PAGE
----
Stress is inherent in all jobs and motivating in moderation. Extreme levels of stress and burnout need proactive action. Developing a collective awareness within the organization to recognize symptoms of excessive stress can help protect valuable managerial assets. By taking a serious approach to managing stress, organizations can ensure their managers remain strong, healthy, motivated, and capable of leading their departments and teams effectively, even in the face of significant challenges.
The Power of Communication
Even in the aftermath of the COVID-19 pandemic, the global landscape is uncertain. Ongoing conflicts with a rise in global inflation have introduced intimidating uncertainty. For organizational survival and success, businesses must adapt rapidly. In this context, managers must provide reassurance to their teams and honestly convey the implications of any changes to the usual course of business. By maintaining open lines of communication with managers throughout the organization, leaders can keep everyone informed and prevent teams from veering off track. Managers must conduct employee performance management aligned with the most current business direction and strategy. Inaccurate information must not be allowed to derail progress.
Take advantage of technology to streamline processes. Performance management software, for example, can facilitate quick pulse surveys to gauge the overall sentiment within teams across different areas. This data can highlight areas requiring attention and improvement.
Senior managers and directors may assume they can manage themselves. However, it is crucial to prevent managers from feeling stagnant in their roles by offering career development plans and highlighting how they can grow within the organization. If career growth is impossible within your organization, they may seek opportunities elsewhere. Managers should also be encouraged to implement the same strategies they recommend to their teams, such as prioritizing downtime, switching off after work hours, and accessing support for their well-being, including mental health. Performance management software can help schedule and facilitate regular coaching sessions with senior managers, making it a consistent practice rather than something that is done when problems arise.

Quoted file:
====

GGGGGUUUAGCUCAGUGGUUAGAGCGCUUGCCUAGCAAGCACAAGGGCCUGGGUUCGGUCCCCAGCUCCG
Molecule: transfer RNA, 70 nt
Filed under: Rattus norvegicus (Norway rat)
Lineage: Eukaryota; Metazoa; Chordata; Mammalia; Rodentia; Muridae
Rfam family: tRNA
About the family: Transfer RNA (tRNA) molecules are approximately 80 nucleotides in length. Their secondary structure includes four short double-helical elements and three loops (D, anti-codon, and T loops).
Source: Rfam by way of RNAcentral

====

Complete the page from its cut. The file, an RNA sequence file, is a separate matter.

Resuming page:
Prioritize Skill Development
Boosting the confidence and effectiveness of managers is crucial in combating stress and burnout. Many individuals promoted to managerial positions based on their previous success require deliberate development. Merely reading books or company manuals is insufficient. Invest in enhancing managers’ skills and competencies, enabling them to effectively lead teams. By empowering managers to tackle challenges with confidence, they can thrive instead of feeling overwhelmed. Implementing an effective performance appraisal system can help identify their existing skills, competencies, and areas for improvement.
Building a Thriving Work Environment
Nurturing resilient and effective managers is necessary for combating stress and burnout in the workplace. By investing in their skills and competencies, and leveraging technology to streamline processes, organizations can empower their managers to lead with confidence and navigate any challenges that come their way. Moreover, by promoting a shared understanding of stress and burnout and taking proactive measures to address them, organizations can safeguard the well-being of their invaluable managerial assets. Remember, with support and a proactive approach managers can remain strong, motivated, and capable of leading their teams to success, ultimately propelling the entire organization forward. Together, we can create a work environment that promotes resilience, growth, and thriving for all.